I would like to congratulate you for the recent issue of Alliance looking at the effect of the Bill and Melinda Gates Foundation on the ecosystem of philanthropy. The different aspects that were covered by contributors enriched our understanding of the role and responsibilities of a high net worth individual (HNWI). One particular aspect pointed out by the contributors was the issue of accountability – not Gates’ own accountability as a foundation but its contribution to increasing the accountability of the philanthropic sector as a whole.
Accountability is not an abstract concept. It is actually extremely simple. As someone put it, accountability means saying what you mean, meaning what you say, and doing what you say you’re going to do. In short, taking responsibility for your words and actions. Although a simple idea, it is also one of the most elusive ones in management. For leaders, accountability is the recognition of responsibility for their actions as leader and for their consequences – in essence, the responsible use of power.
HNWIs are not only economically powerful, they are also influential in the political and social life of the countries where they live and made their original fortunes. Their actions and attitudes and the use they make of their wealth are followed by the media. In some ways, they can serve as a beacon for good, and unhappily for bad. In the Gates’ case, because of their size, visibility, iconographic presence and present and future influence over other philanthropic entities, they have a tremendous influence on the accountability of the whole sector.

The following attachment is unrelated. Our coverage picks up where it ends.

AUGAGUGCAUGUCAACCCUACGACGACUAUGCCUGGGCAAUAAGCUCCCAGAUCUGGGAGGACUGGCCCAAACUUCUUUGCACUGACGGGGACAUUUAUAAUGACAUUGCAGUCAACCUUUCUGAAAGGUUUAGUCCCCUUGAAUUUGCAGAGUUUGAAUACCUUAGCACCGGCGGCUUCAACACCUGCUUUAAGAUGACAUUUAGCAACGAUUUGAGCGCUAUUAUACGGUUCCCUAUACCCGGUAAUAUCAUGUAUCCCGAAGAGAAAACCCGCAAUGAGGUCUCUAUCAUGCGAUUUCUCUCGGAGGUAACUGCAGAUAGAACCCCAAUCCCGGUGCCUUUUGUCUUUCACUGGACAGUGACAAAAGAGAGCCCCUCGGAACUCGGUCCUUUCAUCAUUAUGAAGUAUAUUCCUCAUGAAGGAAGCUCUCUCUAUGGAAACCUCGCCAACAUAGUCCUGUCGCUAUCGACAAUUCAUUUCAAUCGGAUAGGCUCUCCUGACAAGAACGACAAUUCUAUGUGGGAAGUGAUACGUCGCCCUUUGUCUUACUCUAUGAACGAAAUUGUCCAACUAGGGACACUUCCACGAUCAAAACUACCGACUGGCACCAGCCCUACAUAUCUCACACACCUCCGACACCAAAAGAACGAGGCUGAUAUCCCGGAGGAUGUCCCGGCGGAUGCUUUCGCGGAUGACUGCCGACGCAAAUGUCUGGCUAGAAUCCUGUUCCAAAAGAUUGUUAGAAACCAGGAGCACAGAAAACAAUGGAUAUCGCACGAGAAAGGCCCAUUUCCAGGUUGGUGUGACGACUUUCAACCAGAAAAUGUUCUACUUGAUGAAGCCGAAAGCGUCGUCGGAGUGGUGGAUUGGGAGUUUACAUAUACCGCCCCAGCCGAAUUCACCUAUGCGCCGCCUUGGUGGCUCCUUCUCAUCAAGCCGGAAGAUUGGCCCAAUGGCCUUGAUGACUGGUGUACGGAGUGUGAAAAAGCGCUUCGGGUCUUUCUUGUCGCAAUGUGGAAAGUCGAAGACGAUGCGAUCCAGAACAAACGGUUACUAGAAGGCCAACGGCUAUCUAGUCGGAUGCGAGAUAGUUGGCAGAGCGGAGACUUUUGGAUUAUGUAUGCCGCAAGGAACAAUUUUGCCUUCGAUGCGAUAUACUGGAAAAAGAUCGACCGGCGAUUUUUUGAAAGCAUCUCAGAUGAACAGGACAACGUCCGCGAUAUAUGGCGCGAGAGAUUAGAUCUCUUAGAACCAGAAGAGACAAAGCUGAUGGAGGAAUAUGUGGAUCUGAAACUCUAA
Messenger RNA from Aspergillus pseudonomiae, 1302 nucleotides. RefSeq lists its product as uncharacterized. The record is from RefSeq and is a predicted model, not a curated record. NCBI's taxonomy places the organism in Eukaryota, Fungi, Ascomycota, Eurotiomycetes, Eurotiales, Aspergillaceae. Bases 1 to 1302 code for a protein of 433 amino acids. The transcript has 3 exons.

Very recently, a Brazilian who features in the Forbes magazine list of HNWIs was exposed in the media for giving bribes to government authorities to further his business interests. At the same time, he made several philanthropic contributions to diminish violence in poor, depressed neighbourhoods. This illustrates how complex is the issue of accountability for the philanthropic ecosystem. Philanthropists must in their own conduct embody the basic human values, such as justice and fairness, which their giving is intended to promote.
Once HNWIs decide to become philanthropists, they also decide to serve as role models, not because of the amount of money they can contribute but because of the contribution their conduct as individuals behaving ethically makes to the overall accountability of the sector.
President, Institute for Development and Social Investment, Brazil